Baking Powder – Make my homemade aluminum-free baking powder by combining baking soda and cream of tartar.

Spices – For this batter, I use a few common herbs found in most Paleo pantry’s to enhance the flavor profile.

Beer – For this recipe, I used Omission’s gluten-free beer. Feel free to use your favorite beer or make this 100% Paleo by using club soda.

Shop Amazon For All Your Paleo Essentials And Staples

Paleo Beer Batter Fish Fry with Homemade Tartar Sauce
How to Make Paleo Beer Batter Fish Fry
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Paleo Beer Battered Fish Fry

Perfectly crispy Paleo beer battered fish fry can be made with gluten-free beer or club soda for a 100% Paleo-approved dish.
Keyword fish
Prep Time 5 minutes
Cook Time 5 minutes
Total Time 10 minutes
Servings 4
Calories 182kcal
Author Angela Blanchard

Equipment

  • Cast Iron Skillet

Ingredients

Instructions

  • Line a large plate with 1 to 2 sheets of paper towel. Set aside.
  • Heat avocado oil in a large skillet over medium-high until the oil reaches 375 degrees.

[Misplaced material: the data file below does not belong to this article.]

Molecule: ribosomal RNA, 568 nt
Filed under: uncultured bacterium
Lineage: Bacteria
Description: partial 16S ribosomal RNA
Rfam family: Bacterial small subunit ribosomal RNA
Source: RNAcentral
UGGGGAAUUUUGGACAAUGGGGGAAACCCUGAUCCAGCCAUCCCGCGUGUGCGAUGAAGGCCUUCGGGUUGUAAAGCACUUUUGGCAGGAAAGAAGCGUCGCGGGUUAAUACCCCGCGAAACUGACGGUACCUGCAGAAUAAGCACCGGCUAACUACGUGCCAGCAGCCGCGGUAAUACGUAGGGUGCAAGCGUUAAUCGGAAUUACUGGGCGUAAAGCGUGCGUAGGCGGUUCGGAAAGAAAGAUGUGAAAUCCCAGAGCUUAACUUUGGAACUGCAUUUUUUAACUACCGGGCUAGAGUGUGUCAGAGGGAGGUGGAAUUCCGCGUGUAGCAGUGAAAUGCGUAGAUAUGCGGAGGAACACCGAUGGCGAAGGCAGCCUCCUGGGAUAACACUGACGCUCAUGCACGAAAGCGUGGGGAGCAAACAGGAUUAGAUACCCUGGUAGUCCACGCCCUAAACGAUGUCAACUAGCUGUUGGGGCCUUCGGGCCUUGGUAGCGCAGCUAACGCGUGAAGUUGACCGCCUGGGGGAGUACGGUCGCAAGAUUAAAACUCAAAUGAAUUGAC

• While the oil is heating, dab fish dry with a paper towel and set aside.
  • Next in a medium-size bowl combine almond and tapioca flour, baking powder, paprika, garlic, onion, sea salt, and black pepper. Pour in beer or club soda and stir for 15 seconds or until a batter forms.
  • When the oil reaches 375 degrees, immerse fish one by one into the batter and place it into the large skillet. (You may need to fry in batches of 4 depending on how big your skillet is). Fry fish for 3 minutes or until crisp and then flip for an additional 3 minutes or until fish reaches an internal temperature of 145 degrees and is crispy.
  • Remove the fish with a slotted or spatula and place onto the prepared plate to cool and allow any access grease to run off.

Nutrition

Serving: 2g | Calories: 182kcal | Carbohydrates: 17g | Protein: 3g | Fat: 12g | Saturated Fat: 1g | Cholesterol: 1mg | Sodium: 293mg | Potassium: 51mg | Fiber: 2g | Sugar: 1g | Vitamin A: 123IU | Calcium: 51mg | Iron: 1mg

Nutritional facts aren’t always factual – please use these as a reference only. Speak to a nutritionist about your recommended daily values and for more accurate information.